25 Years in the General Curia in Rome

25 Years of the Present General Curia House (1976-2001)

by Giuseppe Guerra, C.M.

Visitor of Naples

Twenty-five years ago, on 29 October 1976, Fr. James W. Richardson, C.M., Superior General, gave the news, via a Circular Letter to all the Visitors, of the movement of the General Curia from the Collegio Leoniano (Rome) to the new Casa Generalizia at Via di Bravetta, 159.

The General Curia had transferred from Paris to Rome (using part of the Collegio Leoniano) 13 years earlier, on 5 August 1963, in response to a decision made by the XXXII General Assembly (30 June - 14 July 1955).

Beginning in 1958, a long search began for the acquisition of land or a building in Rome, first for the purpose of a new organization for the international House of Studies, and then also in view of a new home for the General Curia.

Finally, the community purchased land on the Via di Bravetta on 26 May 1960 (almost 6 hectares). Fr. G. Tamagnone, the Treasurer General, has given a synthetic presentation of all this in his article: “Vicende del terreno di Via di Bravetta a Roma e dell'erigenda casa” [The events surrounding the land on Via di Bravetta in Rome and the building of the House].

Difficulties were not lacking once the land was purchased. In the first two years of the 1960s, some plans for construction were presented, so as to make use of the tax breaks available at that time; and these plans had the approval of the City Council. Regrettably, before these plans could be fulfilled, a new general regulatory plan (NPRG) became law on 18 July 1962, and so the land was deemed at a low capacity for new construction.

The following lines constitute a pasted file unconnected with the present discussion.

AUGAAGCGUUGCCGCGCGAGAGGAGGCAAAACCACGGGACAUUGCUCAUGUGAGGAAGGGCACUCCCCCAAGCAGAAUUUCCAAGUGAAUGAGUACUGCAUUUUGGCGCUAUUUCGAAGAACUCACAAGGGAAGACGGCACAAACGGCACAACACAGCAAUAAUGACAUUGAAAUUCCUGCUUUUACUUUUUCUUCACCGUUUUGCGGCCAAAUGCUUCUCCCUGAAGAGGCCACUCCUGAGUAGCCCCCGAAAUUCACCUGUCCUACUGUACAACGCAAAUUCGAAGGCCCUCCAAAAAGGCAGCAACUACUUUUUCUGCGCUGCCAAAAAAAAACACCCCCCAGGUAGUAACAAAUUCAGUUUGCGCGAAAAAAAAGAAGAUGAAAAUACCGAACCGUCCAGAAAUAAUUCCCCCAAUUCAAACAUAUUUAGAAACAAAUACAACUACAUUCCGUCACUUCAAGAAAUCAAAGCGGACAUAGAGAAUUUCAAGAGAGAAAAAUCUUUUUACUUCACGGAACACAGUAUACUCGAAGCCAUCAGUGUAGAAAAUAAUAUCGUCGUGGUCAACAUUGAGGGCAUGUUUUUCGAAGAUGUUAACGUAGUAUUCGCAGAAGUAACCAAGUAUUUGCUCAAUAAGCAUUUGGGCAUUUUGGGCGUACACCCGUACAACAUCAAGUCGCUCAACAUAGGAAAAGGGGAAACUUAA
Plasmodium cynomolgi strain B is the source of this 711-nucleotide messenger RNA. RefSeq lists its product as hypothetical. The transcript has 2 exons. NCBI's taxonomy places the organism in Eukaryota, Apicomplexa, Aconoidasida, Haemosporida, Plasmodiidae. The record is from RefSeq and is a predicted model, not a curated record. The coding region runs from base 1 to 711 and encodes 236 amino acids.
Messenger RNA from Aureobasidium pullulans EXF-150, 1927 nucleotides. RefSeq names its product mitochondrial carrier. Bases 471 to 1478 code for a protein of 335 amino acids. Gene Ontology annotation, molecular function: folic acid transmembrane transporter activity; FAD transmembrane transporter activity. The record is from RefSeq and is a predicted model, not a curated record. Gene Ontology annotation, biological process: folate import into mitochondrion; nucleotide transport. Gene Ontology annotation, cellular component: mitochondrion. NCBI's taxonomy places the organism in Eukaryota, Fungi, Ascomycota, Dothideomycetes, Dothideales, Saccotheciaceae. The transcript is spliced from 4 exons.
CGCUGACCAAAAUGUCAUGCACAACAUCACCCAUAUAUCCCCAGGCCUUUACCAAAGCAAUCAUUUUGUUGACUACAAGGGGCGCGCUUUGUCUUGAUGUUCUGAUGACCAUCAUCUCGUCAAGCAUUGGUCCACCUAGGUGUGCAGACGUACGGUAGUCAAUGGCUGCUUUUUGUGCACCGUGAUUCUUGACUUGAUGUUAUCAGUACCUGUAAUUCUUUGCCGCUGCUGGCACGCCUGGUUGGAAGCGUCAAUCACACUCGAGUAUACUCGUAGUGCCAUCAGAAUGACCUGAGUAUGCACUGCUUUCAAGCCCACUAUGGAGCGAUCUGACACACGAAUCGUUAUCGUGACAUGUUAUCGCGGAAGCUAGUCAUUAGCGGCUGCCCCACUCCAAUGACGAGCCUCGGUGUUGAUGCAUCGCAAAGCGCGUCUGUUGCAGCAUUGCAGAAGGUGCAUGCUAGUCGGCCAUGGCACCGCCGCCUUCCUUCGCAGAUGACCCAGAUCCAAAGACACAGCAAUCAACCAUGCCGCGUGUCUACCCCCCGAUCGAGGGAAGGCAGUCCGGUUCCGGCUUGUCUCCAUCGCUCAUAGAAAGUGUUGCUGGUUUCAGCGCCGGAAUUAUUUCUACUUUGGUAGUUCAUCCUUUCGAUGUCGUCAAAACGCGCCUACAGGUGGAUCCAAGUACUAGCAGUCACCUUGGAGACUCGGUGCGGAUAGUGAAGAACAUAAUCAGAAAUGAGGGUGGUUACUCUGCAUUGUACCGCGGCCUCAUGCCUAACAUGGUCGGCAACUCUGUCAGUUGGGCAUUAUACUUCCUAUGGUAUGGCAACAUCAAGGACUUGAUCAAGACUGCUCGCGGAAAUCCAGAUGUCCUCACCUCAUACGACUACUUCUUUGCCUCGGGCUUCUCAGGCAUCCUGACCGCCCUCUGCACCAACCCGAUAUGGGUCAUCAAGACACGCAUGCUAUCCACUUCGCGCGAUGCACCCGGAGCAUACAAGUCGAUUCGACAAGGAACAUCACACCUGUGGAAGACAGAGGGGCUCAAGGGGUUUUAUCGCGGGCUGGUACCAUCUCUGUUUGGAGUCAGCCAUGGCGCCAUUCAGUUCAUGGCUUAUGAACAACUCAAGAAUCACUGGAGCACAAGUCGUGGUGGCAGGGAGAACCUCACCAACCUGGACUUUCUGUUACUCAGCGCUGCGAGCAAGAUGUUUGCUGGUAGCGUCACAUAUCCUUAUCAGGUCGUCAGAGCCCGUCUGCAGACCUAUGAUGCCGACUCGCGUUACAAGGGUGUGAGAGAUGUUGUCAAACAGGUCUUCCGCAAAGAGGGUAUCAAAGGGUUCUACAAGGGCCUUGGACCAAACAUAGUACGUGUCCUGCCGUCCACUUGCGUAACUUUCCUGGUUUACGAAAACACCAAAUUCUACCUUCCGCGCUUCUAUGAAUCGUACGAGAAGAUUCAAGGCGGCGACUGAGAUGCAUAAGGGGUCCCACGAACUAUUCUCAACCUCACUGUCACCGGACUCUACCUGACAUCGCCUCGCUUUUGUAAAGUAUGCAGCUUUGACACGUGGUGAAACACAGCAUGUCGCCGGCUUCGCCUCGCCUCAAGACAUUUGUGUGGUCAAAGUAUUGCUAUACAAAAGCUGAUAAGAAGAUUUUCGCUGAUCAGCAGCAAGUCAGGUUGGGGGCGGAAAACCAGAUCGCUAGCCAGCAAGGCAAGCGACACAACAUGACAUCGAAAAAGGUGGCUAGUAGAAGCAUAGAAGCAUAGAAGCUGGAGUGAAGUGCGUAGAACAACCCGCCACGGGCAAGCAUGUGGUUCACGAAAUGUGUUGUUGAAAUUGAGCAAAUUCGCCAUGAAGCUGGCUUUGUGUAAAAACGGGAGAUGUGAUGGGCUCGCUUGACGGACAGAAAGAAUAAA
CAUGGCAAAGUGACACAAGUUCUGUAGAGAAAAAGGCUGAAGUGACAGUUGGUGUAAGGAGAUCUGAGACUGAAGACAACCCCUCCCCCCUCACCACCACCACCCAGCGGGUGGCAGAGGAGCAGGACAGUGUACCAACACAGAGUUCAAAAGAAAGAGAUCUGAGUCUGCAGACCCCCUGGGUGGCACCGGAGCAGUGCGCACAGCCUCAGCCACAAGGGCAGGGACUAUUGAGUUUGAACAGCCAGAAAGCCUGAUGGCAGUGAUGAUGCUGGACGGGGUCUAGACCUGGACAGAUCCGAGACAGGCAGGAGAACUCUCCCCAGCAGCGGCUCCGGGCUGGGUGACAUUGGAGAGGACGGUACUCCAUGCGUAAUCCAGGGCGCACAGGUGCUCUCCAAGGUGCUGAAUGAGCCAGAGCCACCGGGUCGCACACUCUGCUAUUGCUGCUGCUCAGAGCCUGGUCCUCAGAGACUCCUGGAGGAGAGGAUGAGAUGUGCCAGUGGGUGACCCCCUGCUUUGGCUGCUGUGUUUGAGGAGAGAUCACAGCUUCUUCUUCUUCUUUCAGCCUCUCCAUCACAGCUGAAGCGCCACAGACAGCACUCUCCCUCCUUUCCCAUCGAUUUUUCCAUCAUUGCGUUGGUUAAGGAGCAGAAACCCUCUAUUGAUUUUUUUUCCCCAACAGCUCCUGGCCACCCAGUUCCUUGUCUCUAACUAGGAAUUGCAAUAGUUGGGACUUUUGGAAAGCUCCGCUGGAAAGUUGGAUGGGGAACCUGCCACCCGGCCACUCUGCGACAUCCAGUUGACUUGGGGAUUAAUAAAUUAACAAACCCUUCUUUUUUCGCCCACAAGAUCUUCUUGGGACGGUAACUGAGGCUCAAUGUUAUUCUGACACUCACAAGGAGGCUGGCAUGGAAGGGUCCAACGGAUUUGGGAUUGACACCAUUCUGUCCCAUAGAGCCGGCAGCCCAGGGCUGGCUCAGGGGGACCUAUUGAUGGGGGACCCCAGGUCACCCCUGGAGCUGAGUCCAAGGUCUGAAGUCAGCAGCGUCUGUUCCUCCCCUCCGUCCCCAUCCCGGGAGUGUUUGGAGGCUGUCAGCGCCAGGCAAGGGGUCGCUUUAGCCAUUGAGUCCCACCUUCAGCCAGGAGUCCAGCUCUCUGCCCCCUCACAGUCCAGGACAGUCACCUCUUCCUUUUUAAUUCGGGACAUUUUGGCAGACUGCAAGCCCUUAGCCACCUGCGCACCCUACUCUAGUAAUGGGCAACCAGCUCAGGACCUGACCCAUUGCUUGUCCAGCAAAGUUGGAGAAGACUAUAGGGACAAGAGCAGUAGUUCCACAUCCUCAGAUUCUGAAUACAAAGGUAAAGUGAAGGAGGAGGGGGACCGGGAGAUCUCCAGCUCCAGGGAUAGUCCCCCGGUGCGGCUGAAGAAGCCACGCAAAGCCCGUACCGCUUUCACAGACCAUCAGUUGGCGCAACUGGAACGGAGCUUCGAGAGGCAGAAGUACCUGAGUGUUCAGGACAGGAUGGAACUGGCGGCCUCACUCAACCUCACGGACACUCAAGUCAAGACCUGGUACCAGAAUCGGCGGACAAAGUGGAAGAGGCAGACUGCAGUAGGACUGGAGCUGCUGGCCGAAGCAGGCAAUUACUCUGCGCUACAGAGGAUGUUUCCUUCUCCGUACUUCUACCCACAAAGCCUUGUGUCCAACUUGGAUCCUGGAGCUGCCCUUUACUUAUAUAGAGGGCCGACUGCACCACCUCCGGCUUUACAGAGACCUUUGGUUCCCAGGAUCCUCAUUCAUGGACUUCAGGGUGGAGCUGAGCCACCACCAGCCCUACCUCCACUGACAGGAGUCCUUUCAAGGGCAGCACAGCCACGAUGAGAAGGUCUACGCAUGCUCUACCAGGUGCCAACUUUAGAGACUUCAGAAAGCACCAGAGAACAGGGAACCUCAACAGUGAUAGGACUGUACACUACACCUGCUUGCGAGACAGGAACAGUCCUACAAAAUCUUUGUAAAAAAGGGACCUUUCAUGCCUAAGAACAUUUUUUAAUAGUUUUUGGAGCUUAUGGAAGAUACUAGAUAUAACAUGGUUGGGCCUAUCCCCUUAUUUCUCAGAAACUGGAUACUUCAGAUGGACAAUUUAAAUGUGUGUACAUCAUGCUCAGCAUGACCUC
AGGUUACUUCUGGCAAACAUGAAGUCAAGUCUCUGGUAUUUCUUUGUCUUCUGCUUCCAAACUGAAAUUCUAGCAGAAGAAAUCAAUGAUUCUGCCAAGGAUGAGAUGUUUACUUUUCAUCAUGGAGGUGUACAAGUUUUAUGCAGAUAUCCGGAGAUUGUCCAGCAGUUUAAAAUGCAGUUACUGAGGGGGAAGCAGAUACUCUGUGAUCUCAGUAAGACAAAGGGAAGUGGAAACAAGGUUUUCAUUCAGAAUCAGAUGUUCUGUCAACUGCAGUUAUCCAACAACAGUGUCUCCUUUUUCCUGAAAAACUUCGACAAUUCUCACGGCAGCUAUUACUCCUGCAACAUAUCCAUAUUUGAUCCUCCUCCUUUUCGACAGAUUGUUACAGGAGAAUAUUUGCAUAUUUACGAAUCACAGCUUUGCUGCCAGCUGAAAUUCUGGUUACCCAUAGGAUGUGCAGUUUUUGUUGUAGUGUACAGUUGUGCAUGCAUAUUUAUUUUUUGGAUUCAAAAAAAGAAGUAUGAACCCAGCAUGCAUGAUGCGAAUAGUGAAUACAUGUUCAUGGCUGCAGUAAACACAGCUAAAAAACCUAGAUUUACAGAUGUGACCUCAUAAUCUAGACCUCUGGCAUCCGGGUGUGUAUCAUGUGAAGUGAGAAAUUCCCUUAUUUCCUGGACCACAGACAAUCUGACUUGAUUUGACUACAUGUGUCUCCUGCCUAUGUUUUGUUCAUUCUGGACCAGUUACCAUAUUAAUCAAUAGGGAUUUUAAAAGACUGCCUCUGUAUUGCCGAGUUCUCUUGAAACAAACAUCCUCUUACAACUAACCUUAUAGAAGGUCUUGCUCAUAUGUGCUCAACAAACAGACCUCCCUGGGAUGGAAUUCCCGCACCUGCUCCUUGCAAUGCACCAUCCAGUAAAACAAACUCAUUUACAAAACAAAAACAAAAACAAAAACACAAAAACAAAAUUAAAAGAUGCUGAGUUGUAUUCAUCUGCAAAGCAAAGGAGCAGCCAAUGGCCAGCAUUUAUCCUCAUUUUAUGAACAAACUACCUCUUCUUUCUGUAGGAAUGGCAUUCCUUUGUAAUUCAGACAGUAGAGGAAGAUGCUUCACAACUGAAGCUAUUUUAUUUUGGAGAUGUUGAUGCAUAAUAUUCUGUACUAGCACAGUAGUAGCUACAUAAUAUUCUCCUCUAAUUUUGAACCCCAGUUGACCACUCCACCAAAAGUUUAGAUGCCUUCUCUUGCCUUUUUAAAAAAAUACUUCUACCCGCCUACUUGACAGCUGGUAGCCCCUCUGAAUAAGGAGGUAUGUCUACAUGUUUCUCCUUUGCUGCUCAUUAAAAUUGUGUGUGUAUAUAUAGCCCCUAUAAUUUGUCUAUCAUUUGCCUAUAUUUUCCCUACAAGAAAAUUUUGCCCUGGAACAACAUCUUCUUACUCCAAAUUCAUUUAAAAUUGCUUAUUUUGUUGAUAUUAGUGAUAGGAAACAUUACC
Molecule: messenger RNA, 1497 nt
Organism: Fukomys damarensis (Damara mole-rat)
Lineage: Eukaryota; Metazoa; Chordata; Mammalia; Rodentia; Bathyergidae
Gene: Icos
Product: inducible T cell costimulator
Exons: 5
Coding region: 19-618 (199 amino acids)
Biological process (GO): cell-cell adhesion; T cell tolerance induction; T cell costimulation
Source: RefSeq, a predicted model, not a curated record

The appeal of this decision made on 12 April 1963, and those repeated until the end of 1967, were all rejected.

In the [General] Council meeting of 4 October 1964, the discussion again arose whether to remain at the Leoniano, to purchase one of the buildings among the many proposed, or to begin a construction program from scratch on the land that had been purchased. The discussion continued for the next few years. Only in the Council meeting of 22 April 1970 was the decision made to build on the land at Via di Bravetta, 185 (the number was later changed to 159). Fr. General, in fact, had gotten a favorable vote from the majority during the General Assembly of 1969.

Given all this, the project presented on 11 January 1971 was rejected, because it could not be done in the zoning area E/1 in which it had been requested. Even though it was modified, and relocated in zoning area M/2, the project ran into difficulties, so much so that the Council began to ask itself if it would not be better to look for other solutions. Finally, however, the project relocated in zone M/2 was approved on 11 March 1974. The work, by the construction firm Giampaoli s.p.a. of Rome, under the direction of the architect Busiri Vici, began on 6 May 1974 and concluded two and a half years later.